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Apple shifts iOS 14 development strategy to cut buggy releases

Apple is allegedly adjusting how it develops its operating systems internally, shifting to generating new builds of iOS, iPadOS, and others to make more of an effort to try and catch bugs and issues that have affected software updates that ship to the public.

Apple's release of iOS 13 and iPadOS 13 as well as subsequent updates has been somewhat problematic, with reports of issues after each version's release requiring Apple to quickly create a new update to patch the bugs. The repeated presence of catchable faults in the software has prompted Apple to rethink its development strategy so it doesn't happen for iOS 14.

The code slip-ups for iOS 13 include the bungled iOS 13 launch itself prompting reports warning users to wait for iOS 13.1, and more recently iOS 13.2.3 and iPadOS 13.2.3 fixed problems with Mail and background issues. The betas of iOS 13.3 and iPadOS 13.3 have also fixed a multitasking bug, where the operating systems prematurely killed background processes, making users lose work.

An internal "kick-off" meeting recently had SVP of Software Engineering Craig Federighi and other department chiefs advise of a new approach to development, people familiar with the meeting told Bloomberg. The changes will deal with how it produces its daily internal builds, and a bad habit of engineering teams.

Previously, some engineers would add features to the daily build that were not fully tested, while other teams would provide weekly changes, which one person described as "like a recipe with lots of cooks adding ingredients." As more changes were being pushed into the daily build at different points of development, the test builds would often become too hard to use, prompting some testers to "go days without a livable build," and not have a real idea of what's working properly.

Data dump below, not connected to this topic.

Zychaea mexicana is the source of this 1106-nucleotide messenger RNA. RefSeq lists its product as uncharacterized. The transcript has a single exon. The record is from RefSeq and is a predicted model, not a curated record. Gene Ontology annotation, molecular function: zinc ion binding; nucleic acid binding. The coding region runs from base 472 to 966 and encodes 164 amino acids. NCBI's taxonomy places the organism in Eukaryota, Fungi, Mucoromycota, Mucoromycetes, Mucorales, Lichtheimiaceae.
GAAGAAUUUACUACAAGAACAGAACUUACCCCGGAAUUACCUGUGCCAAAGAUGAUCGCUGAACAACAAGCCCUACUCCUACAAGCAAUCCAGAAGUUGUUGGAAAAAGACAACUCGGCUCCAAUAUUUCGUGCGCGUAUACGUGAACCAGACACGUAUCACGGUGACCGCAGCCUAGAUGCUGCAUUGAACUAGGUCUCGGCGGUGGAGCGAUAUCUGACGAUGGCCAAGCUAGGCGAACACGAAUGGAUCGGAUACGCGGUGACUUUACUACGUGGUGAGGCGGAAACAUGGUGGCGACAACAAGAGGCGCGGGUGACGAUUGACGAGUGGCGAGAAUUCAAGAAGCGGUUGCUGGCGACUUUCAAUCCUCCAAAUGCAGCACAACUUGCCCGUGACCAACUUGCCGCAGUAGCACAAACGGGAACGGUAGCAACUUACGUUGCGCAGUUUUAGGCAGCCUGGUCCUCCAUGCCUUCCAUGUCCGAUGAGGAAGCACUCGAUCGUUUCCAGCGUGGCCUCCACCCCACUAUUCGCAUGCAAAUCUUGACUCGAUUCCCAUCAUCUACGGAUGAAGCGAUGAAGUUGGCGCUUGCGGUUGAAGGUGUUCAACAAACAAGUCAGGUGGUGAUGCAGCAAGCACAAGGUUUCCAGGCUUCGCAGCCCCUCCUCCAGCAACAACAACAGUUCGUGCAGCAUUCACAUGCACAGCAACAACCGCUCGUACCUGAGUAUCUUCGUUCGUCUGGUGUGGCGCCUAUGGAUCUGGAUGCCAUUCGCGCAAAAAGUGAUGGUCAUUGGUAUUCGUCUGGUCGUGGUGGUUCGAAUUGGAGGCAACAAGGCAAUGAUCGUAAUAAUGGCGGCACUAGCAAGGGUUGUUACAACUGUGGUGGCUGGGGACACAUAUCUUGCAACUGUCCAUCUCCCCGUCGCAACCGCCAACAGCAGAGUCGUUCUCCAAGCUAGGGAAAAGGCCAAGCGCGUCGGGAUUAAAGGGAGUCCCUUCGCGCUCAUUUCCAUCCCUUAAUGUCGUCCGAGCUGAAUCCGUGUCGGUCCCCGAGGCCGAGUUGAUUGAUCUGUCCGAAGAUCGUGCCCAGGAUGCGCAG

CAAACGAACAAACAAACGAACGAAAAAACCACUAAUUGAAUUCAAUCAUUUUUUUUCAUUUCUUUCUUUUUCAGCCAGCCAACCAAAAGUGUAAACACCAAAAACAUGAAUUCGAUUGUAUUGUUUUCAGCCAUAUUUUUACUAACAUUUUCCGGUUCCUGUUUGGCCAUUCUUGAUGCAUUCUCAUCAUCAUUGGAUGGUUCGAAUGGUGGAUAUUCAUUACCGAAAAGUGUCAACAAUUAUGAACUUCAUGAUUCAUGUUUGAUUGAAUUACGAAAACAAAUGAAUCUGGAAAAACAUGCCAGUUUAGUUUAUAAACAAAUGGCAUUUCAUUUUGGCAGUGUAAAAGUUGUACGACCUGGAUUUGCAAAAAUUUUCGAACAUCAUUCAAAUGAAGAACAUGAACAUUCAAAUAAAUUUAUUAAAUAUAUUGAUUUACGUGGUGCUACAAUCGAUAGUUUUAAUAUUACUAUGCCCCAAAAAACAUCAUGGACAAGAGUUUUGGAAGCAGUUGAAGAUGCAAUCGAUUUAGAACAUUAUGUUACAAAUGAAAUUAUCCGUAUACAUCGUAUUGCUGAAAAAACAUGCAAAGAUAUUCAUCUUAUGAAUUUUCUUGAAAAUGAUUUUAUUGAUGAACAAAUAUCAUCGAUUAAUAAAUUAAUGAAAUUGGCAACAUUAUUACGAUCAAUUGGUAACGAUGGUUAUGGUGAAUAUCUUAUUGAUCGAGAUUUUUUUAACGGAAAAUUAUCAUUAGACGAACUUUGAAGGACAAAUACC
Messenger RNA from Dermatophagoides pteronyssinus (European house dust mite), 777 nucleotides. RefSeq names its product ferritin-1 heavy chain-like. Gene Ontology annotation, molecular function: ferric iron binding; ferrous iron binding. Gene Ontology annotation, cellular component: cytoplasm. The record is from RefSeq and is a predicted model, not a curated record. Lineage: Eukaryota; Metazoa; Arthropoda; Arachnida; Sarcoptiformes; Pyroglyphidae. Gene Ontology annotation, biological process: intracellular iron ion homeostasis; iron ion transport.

Under the new regime, unfinished and buggy features have to be disabled by default, with testers able to selectively enable each feature through a new internal settings menu called Flags. The builds will, in theory, be in a stable state for more periods of time, and allow testers to try out individual additions.

Apple is said to be applying the new techniques to iOS 14, which is reportedly codenamed "Azul," with a further update tentatively titled "Azul +1" delaying some features destined for iOS 14 until 2021, in order to focus more on performance. Engineers are also anticipated to use the strategy on iPadOS, watchOS, macOS, and tvOS as well as iOS.

For participants in Apple's developer and public beta programs, it is unlikely they will see any changes at all to the builds they get to try out, aside from a possibly higher level of stability.